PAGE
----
Assisted Reproductive Technology (ART), Healthcare & Health-Related Terms

ART: acronym for Assisted Reproductive Technology, including treatments or procedures such as in-vitro fertilization (IVF), gamete and embryo donation, and gestational surrogacy. (see also and

amniocentesis: a medical procedure performed in the second trimester of pregnancy that can detect many fetal abnormalities. It is performed by inserting a fine hollow needle into the uterus through the abdomento collect a small quantity of the amniotic fluid that surrounds the fetus with a needle under ultrasound guidance. (see also

basal body temperature (BBT): There is a slight increase in your basal body temperature during ovulation. To increase the liklihood of conception, some people  record their temperature shortly after waking to predict when ovulation will occur. 

D&C: acronym for dilation and curettage, a medical procedure that involves dilating the cervix and removing tissue from the uterus, also known as ERPC [Evacuation of the Retained Products of Conception]. It is commonly performed to induce first-trimester (12 weeks or earlier) miscarriage if no movement or heartbeat can be detected or following a miscarriage if the placenta has not emerged. This procedure is also used in first-trimester abortions. (see also

donor (of eggs, sperm, or embryo): a person who donates eggs, sperm, or embryo for ART procedures. These individuals are sometimes “known donors,” but can also be anonymous.  In some countries, such as the US, they are compensated, whereas in others compensation for gametes or embryos is illegal. (see also

ectopic pregnancy: a pregnancy that implants outside of the uterus, usually in the fallopian tube. (see also and

gastric bypass surgery: one of the most common types of bariatric (weight-loss) surgeries. (see also

Grave’s Disease: a condition where the thyroid gland makes too much thyroid hormone, which can lead to complications in pregnancy. (see also

hCG: acronym for human chorionic gonadotropin, a hormone found in the blood or urine following implantation. hCG tests are often used to monitor health during early pregnancy and following pregnancy losses. (see also fertilitysmarts.comand

ICSI: acronym for intracytoplasmic sperm injection, an ART procedure in which a single sperm is injected into an egg. (see also and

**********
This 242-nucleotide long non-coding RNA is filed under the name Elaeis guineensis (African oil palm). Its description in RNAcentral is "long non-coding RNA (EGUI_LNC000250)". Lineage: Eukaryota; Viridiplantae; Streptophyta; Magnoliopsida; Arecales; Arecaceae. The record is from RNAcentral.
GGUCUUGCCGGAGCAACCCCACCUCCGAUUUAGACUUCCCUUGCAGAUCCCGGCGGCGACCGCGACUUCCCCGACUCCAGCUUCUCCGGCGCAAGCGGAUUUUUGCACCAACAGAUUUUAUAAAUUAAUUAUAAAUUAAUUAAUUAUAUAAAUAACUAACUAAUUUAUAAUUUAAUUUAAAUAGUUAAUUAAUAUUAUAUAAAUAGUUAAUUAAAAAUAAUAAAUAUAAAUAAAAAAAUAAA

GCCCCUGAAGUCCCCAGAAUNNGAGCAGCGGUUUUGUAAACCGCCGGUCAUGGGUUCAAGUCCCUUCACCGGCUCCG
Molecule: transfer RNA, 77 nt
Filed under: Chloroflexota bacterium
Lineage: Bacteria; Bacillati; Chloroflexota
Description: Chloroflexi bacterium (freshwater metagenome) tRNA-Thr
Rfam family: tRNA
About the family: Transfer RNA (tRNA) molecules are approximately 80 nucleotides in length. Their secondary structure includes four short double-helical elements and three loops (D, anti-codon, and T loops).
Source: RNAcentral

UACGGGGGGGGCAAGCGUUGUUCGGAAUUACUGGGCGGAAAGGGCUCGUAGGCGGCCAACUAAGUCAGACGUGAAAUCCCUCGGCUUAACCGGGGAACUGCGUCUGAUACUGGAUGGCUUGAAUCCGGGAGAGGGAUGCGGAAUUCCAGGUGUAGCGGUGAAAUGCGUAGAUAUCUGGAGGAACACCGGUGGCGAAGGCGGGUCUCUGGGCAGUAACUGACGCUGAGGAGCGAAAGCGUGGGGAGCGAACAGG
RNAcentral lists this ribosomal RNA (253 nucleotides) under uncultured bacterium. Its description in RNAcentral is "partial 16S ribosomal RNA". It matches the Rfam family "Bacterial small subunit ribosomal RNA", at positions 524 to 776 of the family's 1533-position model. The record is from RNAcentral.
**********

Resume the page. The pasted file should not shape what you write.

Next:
IUI: acronym for intrauterine insemination, a procedure usually performed in a medical facility in which a fine catheter (tube) is inserted through the cervix into the uterus to deposit sperm directly into the uterus. IUI is considered a relatively simple medical procedure and typically costs between $500 and $2,000 (in 2019). (see also and

IVF: acronym for in-vitro fertilization, a procedure in which eggs are removed from the ovary then fertilized with sperm in a laboratory procedure. The fertilized egg (embryo) is then inserted into the uterus. One cycle of IVF typically costs between $10,000 and $15,000 (in 2019). (see also and

miscarriage: the spontaneous loss of a pregnancy; I use this terminology as participants applied it, regardless of gestational age. (see also

NICU: acronym for neonatal intensive care unit for premature or dangerously ill infants.

neonatal period: from birth to one month. (see also

pregnancy loss: miscarriage and stillbirth, sometimes used to include abortion.

reproductive loss: experiences of pregnancy loss, adoption loss, infertility, and sterility; see discussion in “Terminology: Politics & Practice.”

reproductive endocrinologist: An obstetrician-gynecologist who specializes in reproductive medicine and technology, such as ART; also often referred to as a fertility specialist.

“silent miscarriage” (also called “missed miscarriage”): medical terminology for a miscarriage where the baby has died or not developed in utero, but has not been physically miscarried. This is often discovered during a routine ultrasound. See discussion and critique of these terms in “Terminology: Politics & Practice.” (see also

sonogram: technically, this refers to the picture produced by an ultrasound exam, but the terms are often used interchangeably. (see also

spontaneous abortion: medical terminology for miscarriage, avoided by most participants. (see also

stillbirth: fetal death; I use this terminology as participants applied it, regardless of gestational age. (see also

surrogate/gestational surrogate: a person who carries a pregnancy with an agreement that they will give the offspring to the intended parent(s). Gametes (egg and sperm) can originate from the intended parent(s) and/or a third party (or parties). (see also

TTC (ttc): acronym for trying to conceive; commonly used on blogs and online platforms. (see also

ultrasound: a procedure that uses high-frequency sound waves to scan and create an image of part of the inside of the body. In pregnancy, this is typically used to assess the development of the fetus; see also sonogram. (see also and

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